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New to Your Queue: Hulu Wins the March Prize
With family fare galore.
This month, Hulu beats out heavier-weight Netflix and all the other streamers on the family front, adding a baker’s dozen of high-quality multi-gen watches.
Baby Mama (2008): Tina Fey plays the straight woman who’s desperate to have a child, Amy Poehler her wild-woman surrogate. Hilarity—and an unlikely friendship—ensue.
Beaches (1988): It’s not exactly what springs to mind when the category is kid-friendly content, but the tear-jerker friendship epic starring Bette Midler and Barbara Hershey kills at a low-key sleepover between two best childhood girlfriends. Though kills may be a poor choice of words.
Benny & Joon (1993): My sister and I loved this movie so much as kids that we named a short-lived pair of pet gerbils after its leads. For the past several years, the weirdo rom-com starring Johnny Depp at his quirky best and Mary Stuart Masterson would have set you back $3.99 for a rental. Now it’s available for “free” with your Hulu sub.
Can’t Buy Me Love (1987): If young Patrick Dempsey driving a lawnmower means nothing to you, well, stream this one stat! And bring your middle-school-and-up kids along for the ride.
Center Stage (2000): The American Ballet Academy is a hot box for rivalries and romances among teen dancers. This movie is cheesy and predictable, and you can see all the seams. And yet: It’s also an enduringly watchable classic that even the most stoic tween or teen (and their parents) won’t be able to resist.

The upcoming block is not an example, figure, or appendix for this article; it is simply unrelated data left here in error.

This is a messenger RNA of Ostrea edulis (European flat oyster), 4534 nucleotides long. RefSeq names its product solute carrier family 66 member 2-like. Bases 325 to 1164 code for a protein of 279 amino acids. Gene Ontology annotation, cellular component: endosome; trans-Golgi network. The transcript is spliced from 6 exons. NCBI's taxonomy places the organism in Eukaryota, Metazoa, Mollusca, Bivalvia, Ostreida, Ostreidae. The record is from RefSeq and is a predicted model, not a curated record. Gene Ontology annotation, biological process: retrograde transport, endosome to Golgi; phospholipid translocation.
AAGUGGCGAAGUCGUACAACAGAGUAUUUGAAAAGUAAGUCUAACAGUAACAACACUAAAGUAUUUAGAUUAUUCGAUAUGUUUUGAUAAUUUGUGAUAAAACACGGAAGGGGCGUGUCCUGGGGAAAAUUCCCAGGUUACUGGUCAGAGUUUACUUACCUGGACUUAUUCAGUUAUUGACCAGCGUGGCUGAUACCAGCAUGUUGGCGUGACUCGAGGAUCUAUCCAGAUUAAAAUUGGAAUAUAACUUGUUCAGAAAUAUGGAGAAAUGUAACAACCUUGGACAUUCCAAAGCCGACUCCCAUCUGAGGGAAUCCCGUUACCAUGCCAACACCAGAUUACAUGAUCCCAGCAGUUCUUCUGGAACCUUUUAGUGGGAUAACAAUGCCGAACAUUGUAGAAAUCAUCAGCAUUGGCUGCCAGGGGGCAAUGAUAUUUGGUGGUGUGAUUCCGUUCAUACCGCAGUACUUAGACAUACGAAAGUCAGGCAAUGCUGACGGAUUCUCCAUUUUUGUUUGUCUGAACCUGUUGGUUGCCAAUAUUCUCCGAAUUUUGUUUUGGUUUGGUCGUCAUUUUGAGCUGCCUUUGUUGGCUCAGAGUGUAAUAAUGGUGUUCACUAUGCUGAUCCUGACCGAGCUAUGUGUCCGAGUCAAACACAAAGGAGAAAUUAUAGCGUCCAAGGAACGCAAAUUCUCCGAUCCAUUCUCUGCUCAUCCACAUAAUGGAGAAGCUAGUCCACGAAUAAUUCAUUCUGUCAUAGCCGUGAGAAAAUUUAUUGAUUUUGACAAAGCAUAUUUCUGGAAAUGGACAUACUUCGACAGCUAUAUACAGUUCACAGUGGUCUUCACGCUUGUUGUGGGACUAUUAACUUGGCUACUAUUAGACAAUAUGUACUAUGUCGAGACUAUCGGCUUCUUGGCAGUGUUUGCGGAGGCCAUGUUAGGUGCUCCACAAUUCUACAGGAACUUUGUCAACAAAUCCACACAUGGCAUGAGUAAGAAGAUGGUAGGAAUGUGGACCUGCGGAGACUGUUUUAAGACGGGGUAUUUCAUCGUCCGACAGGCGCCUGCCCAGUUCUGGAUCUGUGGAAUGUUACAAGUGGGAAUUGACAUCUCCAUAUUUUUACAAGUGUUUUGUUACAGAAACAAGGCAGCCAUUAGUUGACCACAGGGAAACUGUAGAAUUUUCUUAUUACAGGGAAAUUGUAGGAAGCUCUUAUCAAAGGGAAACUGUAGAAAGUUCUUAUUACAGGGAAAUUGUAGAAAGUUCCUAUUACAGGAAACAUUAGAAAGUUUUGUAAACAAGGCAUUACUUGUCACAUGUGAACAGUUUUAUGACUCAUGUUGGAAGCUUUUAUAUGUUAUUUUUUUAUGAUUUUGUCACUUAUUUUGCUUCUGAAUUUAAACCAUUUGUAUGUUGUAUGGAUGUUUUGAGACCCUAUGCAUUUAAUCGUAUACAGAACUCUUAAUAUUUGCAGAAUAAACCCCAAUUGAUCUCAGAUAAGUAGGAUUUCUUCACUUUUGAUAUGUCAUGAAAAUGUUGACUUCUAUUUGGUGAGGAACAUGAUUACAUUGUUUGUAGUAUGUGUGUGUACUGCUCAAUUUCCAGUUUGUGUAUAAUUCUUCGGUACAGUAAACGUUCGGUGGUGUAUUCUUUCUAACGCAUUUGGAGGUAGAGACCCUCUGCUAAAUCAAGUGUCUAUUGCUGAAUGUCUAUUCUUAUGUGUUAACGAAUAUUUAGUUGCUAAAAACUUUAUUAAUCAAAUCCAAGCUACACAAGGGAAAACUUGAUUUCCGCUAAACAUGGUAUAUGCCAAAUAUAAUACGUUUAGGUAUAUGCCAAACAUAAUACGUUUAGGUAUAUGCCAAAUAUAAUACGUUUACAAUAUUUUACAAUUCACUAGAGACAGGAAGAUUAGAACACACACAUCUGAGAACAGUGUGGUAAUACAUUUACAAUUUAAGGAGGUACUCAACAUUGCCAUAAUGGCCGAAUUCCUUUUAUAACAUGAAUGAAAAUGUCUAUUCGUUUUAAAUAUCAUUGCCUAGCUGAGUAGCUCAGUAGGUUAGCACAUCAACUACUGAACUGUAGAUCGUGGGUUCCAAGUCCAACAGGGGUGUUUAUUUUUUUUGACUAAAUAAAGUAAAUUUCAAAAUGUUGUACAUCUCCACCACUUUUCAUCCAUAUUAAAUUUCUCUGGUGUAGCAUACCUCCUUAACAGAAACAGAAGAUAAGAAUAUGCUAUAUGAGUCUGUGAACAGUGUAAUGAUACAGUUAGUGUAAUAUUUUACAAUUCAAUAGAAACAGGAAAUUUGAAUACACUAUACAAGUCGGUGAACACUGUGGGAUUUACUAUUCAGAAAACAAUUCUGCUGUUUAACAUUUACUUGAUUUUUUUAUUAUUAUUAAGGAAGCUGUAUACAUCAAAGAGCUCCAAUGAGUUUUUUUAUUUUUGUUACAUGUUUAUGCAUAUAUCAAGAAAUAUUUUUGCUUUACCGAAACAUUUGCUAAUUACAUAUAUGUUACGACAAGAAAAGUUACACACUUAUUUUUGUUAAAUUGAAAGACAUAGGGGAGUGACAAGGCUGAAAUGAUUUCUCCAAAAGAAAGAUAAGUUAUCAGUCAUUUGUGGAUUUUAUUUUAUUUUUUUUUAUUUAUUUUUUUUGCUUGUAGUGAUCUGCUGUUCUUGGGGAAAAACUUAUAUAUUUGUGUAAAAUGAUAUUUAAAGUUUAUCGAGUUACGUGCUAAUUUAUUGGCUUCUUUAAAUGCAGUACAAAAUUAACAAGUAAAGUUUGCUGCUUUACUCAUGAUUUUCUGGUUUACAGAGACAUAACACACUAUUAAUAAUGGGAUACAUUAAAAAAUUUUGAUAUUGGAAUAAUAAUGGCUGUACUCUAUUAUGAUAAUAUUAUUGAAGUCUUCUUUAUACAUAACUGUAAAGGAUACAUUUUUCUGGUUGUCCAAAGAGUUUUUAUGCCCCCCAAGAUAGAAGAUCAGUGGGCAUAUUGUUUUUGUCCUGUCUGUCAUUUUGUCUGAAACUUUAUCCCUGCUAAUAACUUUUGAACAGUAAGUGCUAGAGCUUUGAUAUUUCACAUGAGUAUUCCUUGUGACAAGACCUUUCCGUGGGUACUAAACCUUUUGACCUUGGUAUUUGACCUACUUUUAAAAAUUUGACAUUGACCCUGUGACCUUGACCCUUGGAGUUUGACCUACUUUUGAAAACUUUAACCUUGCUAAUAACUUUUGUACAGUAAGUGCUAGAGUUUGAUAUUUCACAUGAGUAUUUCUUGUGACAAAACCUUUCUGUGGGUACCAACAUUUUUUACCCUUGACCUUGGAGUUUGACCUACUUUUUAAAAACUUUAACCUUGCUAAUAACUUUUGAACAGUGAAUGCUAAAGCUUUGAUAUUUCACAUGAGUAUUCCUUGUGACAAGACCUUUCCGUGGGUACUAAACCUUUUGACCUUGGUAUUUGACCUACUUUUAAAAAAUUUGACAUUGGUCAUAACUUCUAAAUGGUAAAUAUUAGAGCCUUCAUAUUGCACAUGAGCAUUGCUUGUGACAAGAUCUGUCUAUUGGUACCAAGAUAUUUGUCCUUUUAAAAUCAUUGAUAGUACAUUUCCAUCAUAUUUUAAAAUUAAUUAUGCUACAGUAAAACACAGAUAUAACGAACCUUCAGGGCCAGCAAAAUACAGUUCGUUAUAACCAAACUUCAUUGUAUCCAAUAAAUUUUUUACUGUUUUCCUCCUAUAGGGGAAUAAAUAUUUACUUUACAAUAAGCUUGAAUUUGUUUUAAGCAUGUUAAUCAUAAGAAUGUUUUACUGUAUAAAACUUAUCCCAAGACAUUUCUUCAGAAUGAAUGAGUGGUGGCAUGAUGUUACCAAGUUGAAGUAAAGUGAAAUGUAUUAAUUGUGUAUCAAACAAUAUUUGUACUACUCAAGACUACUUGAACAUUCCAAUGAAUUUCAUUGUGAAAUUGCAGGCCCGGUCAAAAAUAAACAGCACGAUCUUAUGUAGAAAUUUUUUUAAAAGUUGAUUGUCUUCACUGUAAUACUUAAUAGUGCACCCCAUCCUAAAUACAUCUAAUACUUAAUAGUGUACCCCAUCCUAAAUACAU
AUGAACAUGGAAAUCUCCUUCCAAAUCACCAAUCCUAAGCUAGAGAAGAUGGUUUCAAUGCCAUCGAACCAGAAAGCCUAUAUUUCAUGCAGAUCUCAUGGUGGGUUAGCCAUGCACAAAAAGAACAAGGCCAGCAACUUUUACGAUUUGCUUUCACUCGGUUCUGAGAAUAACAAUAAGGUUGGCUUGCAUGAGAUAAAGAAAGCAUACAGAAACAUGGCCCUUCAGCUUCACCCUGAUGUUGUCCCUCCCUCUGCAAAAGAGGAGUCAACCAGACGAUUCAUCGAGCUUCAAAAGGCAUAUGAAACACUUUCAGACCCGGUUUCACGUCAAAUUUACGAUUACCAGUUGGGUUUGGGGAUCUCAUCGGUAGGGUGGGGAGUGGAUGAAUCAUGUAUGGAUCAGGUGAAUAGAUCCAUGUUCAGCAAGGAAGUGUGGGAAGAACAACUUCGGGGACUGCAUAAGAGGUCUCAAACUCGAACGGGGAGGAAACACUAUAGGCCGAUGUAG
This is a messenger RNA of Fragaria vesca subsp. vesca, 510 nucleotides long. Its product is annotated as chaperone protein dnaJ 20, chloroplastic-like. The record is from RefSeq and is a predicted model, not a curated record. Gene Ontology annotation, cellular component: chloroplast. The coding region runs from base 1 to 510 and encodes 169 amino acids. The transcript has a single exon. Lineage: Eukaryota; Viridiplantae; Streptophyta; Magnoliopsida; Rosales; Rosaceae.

Edward Scissorhands (1990): I could go on for hundreds if not thousands of words about Tim Burton’s tragic romance starring Johnny Depp, Winona Ryder, and Dianne Wiest in maybe my favorite performance of hers ever—and one day I will! But for now I’ll keep it at this: Edward will blow the mind of any kid elementary-school age or older while the parents marvel at how this masterpiece was made more than thirty forkin’ years ago!
Evan Almighty (2007): Steve Carell’s namesake congressman finds himself in the position of the Bible’s Noah—as in Noah and the ark.
Garden State (2004): Got an emo teen under your roof? Show them that you get them by turning them onto this early aughts classic. The next thing you know they’ll have Imogen Heap and the Shins in their earbuds.
Heaven Can Wait (1978): Tight pants, body-swapping, Warren Beatty—this classic has all the 1970s hallmarks but is wholesome enough for a full-family watch.
The Princess Bride (1987): The story of Buttercup and Westley (and Iñigo Montoya, Vizzini, and the rest of the gang) is a near-perfect all-ages movie. Except for the part when Westley is attacked by that enormous rodent creature. Still gives me nightmares every time.
Roxanne (1987): We haven’t yet shelled out for Cyrano, but every time we see its trailer I find myself Googling and comparing the age differentials between its stars Peter Dinklage and Haley Bennett (18 years) and the leads of the same story’s 1980s-set adaptation Roxanne, Steve Martin and Daryl Hannah (16 years). But I digress! In Roxanne, Hannah is very beautiful; Martin is smart, and has a very long nose. The whole thing has a greed-decade vibe that occasionally veers into the typically inappropriate. It’s also really long. But if you’ve got fans of Splash and/or Father of the Bride and/or The Jerk at home, this is a fine pick.
Sense and Sensibility (1995): If you have a kid who likes a period costume and—for better or worse—a marriage plot as much as one of ours does, it’s hard to top this one, which stars Emma Thompson and earned Kate Winslet her first Oscar nod as Thompson’s younger sis.
To Catch a Thief (1955): One of our family’s favorite capers stars a very tan Cary Grant, a breathtaking Grace Kelly, and stunning French Riviera scenery.